This section will go into more depth on series, parallel and series-parallel connections. The purpose of this section is to explain why certain connections are utilized, how to set up to your desired connection, as well as going over what is the most beneficial connection to utilize based on your situation.
Strictly parallel connections are mostly utilized in smaller, more basic systems, and usually with PWM Controllers, although they are exceptions. Connecting your panels in parallel will increase the amps and keep the voltage the same. This is often used in 12V systems with multiple panels as wiring 12V panels in parallel allows you to keep your charging capabilities 12V.
The downside to parallel systems is that high amperage is difficult to travel long distances without using very thick wires. Systems as high as 1000 Watts might end up outputting over 50 amps which is very difficult to transfer, especially in the systems were your panels are more than 10 feet from your controller, in which case you would have to go to 4 AWG or thicker which can be expensive in long run. Also, paralleling systems require extra equipment such as branch connectors or combiner box.
Strictly series connections are mostly utilized in smaller systems with a MPPT Controller. Connecting your panels in series will increase the voltage level and keep the amperage the same. The reason why series connections are utilized with MPPT controllers is that MPPT Controllers actually are able to accept a higher voltage input, and still be able to charge your 12V or more batteries. Renogy MPPT Controllers can accept 100 Volts input. The benefit of series is that it is easy to transfer over long distances. For example you can have 4 Renogy 100 Watt panels in series, run it 100 feet and only use a thin 14 gauge wire.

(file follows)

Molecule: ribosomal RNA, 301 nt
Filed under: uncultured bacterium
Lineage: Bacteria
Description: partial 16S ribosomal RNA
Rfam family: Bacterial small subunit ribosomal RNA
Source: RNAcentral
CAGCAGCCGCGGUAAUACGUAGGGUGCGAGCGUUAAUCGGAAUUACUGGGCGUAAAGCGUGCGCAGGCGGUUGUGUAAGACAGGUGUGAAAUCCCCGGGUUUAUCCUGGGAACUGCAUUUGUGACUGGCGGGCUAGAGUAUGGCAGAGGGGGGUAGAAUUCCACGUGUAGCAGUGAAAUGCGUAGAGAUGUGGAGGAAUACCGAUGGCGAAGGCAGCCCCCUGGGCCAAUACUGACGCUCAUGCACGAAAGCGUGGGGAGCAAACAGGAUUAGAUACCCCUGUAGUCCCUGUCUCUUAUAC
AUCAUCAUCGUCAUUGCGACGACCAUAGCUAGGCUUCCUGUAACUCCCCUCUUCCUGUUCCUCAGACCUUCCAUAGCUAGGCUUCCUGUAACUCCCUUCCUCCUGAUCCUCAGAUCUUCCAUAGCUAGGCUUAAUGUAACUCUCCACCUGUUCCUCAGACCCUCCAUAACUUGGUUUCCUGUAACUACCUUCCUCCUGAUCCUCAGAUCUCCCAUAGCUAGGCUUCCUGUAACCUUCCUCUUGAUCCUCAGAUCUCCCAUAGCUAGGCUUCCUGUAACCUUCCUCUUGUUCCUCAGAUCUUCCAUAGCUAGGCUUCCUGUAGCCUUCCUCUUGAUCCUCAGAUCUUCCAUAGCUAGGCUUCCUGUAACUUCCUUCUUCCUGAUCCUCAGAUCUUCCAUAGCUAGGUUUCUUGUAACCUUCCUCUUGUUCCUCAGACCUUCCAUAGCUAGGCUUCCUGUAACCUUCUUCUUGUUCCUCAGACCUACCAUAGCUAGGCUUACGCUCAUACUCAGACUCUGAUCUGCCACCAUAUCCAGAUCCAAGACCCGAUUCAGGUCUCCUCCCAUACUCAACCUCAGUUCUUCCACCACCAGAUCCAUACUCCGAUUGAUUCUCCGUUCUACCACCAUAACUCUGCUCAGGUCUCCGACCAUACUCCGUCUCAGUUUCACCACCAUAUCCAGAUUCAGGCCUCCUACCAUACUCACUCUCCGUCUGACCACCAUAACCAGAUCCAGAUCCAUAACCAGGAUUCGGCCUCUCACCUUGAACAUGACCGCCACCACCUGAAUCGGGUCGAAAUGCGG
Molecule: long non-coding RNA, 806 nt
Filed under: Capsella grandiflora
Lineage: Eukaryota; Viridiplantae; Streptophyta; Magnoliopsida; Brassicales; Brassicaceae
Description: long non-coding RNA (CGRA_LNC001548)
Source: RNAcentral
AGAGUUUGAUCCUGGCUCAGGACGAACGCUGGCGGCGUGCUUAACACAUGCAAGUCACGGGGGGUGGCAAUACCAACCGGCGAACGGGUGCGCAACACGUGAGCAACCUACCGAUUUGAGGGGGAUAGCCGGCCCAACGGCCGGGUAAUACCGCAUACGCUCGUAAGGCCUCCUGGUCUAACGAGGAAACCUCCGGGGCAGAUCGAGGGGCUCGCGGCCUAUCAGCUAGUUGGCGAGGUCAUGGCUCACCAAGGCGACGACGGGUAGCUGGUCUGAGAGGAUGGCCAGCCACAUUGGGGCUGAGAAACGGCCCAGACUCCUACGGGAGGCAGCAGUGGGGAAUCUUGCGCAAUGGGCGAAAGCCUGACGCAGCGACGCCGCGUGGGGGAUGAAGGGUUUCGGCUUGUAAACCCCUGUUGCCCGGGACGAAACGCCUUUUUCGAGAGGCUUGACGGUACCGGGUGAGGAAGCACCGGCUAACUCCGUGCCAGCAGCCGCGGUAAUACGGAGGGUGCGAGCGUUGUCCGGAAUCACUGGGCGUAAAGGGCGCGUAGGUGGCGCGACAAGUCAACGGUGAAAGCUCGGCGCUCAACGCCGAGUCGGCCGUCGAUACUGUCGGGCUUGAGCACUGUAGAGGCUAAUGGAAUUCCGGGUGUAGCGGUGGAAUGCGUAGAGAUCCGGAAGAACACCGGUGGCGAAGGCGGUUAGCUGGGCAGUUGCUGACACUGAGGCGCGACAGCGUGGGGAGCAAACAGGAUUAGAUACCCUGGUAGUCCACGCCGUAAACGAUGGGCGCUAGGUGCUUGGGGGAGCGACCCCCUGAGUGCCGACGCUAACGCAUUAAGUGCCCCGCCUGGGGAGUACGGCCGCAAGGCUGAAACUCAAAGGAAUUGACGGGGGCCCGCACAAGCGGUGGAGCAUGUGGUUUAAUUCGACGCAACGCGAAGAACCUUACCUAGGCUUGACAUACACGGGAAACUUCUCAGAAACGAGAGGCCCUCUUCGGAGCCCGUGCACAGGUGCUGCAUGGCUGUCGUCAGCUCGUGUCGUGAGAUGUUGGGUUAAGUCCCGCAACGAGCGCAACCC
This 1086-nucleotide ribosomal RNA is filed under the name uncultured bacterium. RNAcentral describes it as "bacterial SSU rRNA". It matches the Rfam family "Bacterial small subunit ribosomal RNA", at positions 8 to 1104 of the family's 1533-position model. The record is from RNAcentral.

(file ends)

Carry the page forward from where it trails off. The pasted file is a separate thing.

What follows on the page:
The downside to series systems is shading problems. When panels are wired in series, they all in a sense depend on each other. If one panel is shaded it will affect the whole string. This will not happen in a parallel connection.
Solar Panel arrays are usually limited by one factor, the charge controller. Charge controllers are only designed to accept a certain amount of amperage and voltage. Often times for larger systems, in order to stay within those parameters of amperage and voltage, we have to be creative and utilize a series parallel connection. For this connection, a string is created by 2 or more panels in series. Then, an equal string needs to be created and paralleled. 4 panels in series needs to be parallel with another 4 panels in series or there will be some serious power loss. You can see more in the example below.
There isn’t really a downside to series-parallel connections. They are usually used when needed and other options are not available.
A Parallel connection is accomplished by joining the positives of two panels together, as well as the negatives of each panel together. This can be accomplished by different means, but usually for smaller systems this will be utilized via branch connector. The branch connector has a Y shape, and one has two inputs for positive, which changes to one, along with two inputs for negative, which changes for one. Please see picture below.